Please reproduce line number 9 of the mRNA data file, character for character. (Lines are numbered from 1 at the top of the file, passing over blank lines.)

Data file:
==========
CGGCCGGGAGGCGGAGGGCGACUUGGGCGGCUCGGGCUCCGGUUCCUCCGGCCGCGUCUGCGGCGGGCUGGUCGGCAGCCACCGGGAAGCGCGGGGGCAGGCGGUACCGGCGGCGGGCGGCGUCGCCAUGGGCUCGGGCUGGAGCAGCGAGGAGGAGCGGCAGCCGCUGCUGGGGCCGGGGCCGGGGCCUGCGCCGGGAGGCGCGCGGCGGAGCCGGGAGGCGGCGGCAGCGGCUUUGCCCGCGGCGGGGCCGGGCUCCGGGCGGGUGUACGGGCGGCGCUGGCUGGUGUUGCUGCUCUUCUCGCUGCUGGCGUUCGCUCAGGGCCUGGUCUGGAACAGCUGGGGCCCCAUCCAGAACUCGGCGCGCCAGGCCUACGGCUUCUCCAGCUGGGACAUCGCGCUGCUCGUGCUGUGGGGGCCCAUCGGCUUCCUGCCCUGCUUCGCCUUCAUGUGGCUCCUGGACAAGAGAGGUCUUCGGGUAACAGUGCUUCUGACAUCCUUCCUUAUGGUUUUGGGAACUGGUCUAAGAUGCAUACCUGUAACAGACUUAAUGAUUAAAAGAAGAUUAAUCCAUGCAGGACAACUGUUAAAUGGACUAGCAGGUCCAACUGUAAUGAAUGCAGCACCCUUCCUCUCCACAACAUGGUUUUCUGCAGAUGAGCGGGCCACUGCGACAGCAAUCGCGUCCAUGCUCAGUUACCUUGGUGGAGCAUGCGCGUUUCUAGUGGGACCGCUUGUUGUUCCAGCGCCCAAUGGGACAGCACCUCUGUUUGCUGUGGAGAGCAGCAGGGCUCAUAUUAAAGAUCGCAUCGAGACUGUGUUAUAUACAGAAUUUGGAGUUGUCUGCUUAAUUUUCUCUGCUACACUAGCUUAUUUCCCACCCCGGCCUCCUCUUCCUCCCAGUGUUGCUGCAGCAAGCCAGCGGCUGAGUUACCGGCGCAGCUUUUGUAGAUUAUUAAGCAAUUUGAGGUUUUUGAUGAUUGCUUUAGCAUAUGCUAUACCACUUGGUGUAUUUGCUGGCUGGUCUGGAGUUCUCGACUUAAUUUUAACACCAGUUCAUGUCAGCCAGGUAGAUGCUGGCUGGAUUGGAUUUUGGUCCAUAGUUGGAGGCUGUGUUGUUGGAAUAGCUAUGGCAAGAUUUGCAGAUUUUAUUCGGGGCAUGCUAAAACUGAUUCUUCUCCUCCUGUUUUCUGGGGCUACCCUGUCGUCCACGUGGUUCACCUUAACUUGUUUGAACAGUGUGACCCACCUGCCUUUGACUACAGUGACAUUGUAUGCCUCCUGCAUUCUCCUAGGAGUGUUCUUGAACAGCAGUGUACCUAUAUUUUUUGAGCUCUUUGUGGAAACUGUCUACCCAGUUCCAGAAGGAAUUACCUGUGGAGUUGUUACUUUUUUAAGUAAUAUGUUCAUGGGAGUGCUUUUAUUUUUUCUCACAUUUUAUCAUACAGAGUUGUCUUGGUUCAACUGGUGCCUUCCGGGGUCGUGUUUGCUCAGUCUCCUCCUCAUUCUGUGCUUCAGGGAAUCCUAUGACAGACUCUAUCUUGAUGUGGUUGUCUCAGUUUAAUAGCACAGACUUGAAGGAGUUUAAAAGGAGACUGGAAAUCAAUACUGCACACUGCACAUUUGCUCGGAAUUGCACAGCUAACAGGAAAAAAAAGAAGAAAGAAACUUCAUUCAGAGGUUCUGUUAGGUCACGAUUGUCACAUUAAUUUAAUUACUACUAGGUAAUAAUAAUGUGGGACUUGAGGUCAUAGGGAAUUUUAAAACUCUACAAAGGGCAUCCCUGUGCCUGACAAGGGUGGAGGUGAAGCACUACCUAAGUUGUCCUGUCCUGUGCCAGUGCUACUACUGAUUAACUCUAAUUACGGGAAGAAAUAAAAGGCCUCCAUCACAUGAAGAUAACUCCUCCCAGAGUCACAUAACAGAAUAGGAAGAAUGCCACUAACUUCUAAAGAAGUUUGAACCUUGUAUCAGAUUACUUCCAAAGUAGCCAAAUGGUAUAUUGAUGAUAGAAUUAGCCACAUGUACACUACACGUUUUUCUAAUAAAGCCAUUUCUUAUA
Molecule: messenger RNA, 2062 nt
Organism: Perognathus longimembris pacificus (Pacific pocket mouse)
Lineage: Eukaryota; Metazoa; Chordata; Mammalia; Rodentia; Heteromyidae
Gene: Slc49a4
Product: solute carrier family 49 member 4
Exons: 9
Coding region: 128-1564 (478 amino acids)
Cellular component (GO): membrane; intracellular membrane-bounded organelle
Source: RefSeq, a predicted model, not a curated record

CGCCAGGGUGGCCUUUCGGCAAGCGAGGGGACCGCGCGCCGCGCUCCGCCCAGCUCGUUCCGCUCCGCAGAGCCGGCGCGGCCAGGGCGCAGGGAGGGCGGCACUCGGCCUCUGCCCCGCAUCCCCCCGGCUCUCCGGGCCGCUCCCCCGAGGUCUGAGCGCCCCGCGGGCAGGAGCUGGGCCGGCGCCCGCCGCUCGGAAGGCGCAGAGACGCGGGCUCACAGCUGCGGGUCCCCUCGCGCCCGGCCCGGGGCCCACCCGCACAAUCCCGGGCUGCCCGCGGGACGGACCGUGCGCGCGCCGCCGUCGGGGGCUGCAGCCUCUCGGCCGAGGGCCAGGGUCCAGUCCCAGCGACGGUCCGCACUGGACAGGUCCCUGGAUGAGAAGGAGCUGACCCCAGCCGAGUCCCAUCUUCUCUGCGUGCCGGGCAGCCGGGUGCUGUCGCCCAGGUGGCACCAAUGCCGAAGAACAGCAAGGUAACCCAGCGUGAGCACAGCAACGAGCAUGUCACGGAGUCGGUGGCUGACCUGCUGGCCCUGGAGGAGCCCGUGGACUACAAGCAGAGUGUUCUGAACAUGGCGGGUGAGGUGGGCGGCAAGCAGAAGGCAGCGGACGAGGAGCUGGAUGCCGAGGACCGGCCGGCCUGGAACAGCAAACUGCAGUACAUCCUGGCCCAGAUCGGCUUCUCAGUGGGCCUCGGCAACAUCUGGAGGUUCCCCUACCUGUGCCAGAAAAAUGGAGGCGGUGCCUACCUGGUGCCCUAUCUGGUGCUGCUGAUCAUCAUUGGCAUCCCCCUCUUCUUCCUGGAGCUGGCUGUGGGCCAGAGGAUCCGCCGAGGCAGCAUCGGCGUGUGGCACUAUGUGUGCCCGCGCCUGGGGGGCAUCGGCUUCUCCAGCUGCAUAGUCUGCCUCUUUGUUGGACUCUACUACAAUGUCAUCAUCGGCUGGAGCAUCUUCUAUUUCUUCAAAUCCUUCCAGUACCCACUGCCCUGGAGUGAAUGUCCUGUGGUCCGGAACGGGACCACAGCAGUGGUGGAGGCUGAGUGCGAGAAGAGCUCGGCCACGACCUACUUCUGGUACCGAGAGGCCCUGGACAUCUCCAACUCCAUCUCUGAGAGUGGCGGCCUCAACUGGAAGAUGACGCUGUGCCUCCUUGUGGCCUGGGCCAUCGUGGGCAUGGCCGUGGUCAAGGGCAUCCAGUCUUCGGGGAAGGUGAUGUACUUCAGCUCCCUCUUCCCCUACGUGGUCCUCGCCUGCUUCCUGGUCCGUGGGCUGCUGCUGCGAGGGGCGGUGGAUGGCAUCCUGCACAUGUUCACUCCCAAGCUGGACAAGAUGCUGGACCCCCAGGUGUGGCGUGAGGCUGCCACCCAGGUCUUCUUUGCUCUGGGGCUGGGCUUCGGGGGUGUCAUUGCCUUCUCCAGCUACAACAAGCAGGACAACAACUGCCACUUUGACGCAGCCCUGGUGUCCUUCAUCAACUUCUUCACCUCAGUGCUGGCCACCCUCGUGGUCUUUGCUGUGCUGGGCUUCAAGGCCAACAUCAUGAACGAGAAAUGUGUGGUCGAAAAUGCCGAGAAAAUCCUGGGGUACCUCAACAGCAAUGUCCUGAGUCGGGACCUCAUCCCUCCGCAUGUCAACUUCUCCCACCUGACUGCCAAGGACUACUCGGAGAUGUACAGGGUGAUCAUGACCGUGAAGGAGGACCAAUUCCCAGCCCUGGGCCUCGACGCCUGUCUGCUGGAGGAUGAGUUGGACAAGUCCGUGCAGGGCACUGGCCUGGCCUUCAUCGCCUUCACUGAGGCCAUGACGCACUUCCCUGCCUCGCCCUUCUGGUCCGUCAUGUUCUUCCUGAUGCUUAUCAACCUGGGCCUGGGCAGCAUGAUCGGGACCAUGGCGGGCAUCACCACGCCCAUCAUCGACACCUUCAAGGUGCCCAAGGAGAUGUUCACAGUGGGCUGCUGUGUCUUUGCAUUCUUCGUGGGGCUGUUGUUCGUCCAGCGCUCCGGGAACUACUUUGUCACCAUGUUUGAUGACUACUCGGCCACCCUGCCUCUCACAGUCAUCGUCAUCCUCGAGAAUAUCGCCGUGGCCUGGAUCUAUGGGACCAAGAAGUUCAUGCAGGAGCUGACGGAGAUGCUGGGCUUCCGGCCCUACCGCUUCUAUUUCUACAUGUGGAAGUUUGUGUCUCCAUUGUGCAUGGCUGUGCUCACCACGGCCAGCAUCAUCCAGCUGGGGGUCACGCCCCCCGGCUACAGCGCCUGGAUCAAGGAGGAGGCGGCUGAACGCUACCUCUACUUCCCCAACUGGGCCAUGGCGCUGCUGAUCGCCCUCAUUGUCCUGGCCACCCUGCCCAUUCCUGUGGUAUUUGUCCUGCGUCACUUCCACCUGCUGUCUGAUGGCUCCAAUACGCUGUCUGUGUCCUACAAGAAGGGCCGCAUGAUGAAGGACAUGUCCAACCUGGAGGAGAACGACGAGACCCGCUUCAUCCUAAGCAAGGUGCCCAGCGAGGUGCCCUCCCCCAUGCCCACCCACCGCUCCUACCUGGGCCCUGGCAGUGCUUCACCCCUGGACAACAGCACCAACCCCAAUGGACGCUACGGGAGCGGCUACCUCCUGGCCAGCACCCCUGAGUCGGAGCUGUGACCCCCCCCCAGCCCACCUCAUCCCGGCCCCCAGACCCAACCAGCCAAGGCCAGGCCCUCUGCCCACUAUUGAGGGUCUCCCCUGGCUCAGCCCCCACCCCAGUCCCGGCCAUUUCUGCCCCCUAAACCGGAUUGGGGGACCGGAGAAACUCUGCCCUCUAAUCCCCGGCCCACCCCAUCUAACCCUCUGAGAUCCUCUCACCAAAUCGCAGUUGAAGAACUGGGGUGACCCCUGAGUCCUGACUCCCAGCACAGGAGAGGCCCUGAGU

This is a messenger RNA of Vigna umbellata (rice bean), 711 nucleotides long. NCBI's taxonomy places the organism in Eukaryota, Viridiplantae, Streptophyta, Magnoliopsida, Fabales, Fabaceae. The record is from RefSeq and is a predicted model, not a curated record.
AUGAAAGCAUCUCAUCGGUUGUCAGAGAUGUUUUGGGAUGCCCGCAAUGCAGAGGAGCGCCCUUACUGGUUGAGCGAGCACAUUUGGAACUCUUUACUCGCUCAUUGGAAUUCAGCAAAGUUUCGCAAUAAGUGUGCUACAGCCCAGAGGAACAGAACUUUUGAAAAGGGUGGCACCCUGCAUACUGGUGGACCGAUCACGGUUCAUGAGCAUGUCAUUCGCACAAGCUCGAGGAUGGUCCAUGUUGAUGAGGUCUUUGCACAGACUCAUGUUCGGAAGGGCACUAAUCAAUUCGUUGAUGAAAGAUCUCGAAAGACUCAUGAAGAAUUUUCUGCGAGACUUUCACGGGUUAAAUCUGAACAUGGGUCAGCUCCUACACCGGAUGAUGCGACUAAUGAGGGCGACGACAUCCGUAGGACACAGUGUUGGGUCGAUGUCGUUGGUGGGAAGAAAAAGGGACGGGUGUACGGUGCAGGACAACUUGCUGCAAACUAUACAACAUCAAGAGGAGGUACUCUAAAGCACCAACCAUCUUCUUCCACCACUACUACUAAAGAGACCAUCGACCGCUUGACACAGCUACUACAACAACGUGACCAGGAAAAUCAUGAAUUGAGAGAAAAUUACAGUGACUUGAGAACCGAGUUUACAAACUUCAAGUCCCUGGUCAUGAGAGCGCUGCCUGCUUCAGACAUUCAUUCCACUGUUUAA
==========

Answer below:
Cellular component (GO): membrane; intracellular membrane-bounded organelle